Scallop lens O-crystallin (ALDH1A9): A novel tetrameric aldehyde dehydrogenase

Scallop lens O-crystallin (ALDH1A9): A novel tetrameric aldehyde dehydrogenase
Received 27 July 2006. Available online 8 August 2006.
Joseph Horwitza, Linlin Dinga, Vasilis Vasilioub, Miriam Cantoreb and Joram Piatigorskyc
Biochemical and Biophysical Research Communications
Volume 348, Issue 4 , 6 October 2006
Published by Elsevier Inc.
aJules Stein Eye Institute, UCLA School of Medicine, Los Angeles, CA 90095-7008, USA
bMolecular Toxicology and Environmental Health Sciences Program, Department of Pharmaceutical Sciences, University of Colorado Health Sciences Center, Denver, CO 80262, USA
cNational Eye Institute, Laboratory of Molecular and Developmental Biology, Bethesda, MD 20892-0704, USA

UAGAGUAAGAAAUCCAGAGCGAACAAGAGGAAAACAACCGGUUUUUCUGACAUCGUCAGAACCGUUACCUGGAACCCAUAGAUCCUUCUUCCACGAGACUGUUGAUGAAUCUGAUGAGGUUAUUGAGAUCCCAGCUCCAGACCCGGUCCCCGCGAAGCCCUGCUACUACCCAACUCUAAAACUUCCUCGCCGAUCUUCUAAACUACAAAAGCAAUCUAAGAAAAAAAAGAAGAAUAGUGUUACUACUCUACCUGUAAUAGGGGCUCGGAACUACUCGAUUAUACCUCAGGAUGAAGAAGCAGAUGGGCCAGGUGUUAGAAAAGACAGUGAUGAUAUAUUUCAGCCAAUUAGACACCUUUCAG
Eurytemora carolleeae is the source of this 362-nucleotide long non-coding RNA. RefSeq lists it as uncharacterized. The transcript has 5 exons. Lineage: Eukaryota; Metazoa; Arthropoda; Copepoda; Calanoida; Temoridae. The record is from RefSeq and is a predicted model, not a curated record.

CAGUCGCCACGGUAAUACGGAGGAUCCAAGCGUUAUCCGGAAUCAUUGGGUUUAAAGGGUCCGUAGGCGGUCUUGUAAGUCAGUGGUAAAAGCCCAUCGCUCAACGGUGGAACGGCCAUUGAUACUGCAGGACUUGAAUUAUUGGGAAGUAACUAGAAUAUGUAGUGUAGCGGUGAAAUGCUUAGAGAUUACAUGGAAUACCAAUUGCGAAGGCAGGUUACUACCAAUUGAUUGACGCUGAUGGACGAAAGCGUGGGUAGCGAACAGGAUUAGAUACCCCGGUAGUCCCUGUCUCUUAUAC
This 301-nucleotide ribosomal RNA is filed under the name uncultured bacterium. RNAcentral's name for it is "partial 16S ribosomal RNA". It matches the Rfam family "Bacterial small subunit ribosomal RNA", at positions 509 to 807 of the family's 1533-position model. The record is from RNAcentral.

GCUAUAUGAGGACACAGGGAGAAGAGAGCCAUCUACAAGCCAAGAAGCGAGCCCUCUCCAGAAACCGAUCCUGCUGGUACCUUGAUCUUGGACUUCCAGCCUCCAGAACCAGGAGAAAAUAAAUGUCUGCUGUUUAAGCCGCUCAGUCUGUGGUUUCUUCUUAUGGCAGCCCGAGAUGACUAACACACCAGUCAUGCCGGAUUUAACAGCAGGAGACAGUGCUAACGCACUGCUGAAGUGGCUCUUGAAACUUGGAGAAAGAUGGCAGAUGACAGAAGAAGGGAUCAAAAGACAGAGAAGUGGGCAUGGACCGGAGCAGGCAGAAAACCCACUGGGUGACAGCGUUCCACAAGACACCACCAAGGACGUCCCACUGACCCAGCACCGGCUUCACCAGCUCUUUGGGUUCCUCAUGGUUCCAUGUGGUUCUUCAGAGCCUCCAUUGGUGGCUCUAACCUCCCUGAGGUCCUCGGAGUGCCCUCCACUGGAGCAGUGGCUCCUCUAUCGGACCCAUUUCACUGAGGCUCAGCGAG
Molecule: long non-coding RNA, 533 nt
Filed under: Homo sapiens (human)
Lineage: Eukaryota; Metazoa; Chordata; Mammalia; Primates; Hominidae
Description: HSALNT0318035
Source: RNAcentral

Scallop eye lens O-crystallin is an inactive aldehyde dehydrogenase (ALDH1A9) related to cytoplasmic ALDH1A1 and mitochondrial ALDH2 that migrates by gel filtration chromatography as a homodimer. Because mammalian ALDH1A1 and ALDH2 are homotetramers, we investigated the native molecular mass of scallop O-crystallin by multi-angle laser light scattering. The results indicate that the scallop O-crystallin is a tetrameric, not a dimeric protein. Moreover, phylogenetic tree analysis shows that scallop O-crystallin clusters with the mitochondrial ALDH2 and ALDH1B1 rather than the cytoplasmic ALDH1A, yet it lacks the mitochondrial N-terminal leader sequence characteristic of the mitochondrial ALDHs. The mitochondrial grouping, enzymatic inactivity, and anomalous gel filtration behavior make scallop cytoplasmic O-crystallin an interesting protein for structural studies of evolutionary adaptations to become an enzyme-crystallin.
Keywords: Lens crystallin; Scallop; O-crystallin; Aldehyde dehydrogenase; Molecular mass; Multi-angle laser light scattering; Mitochondria

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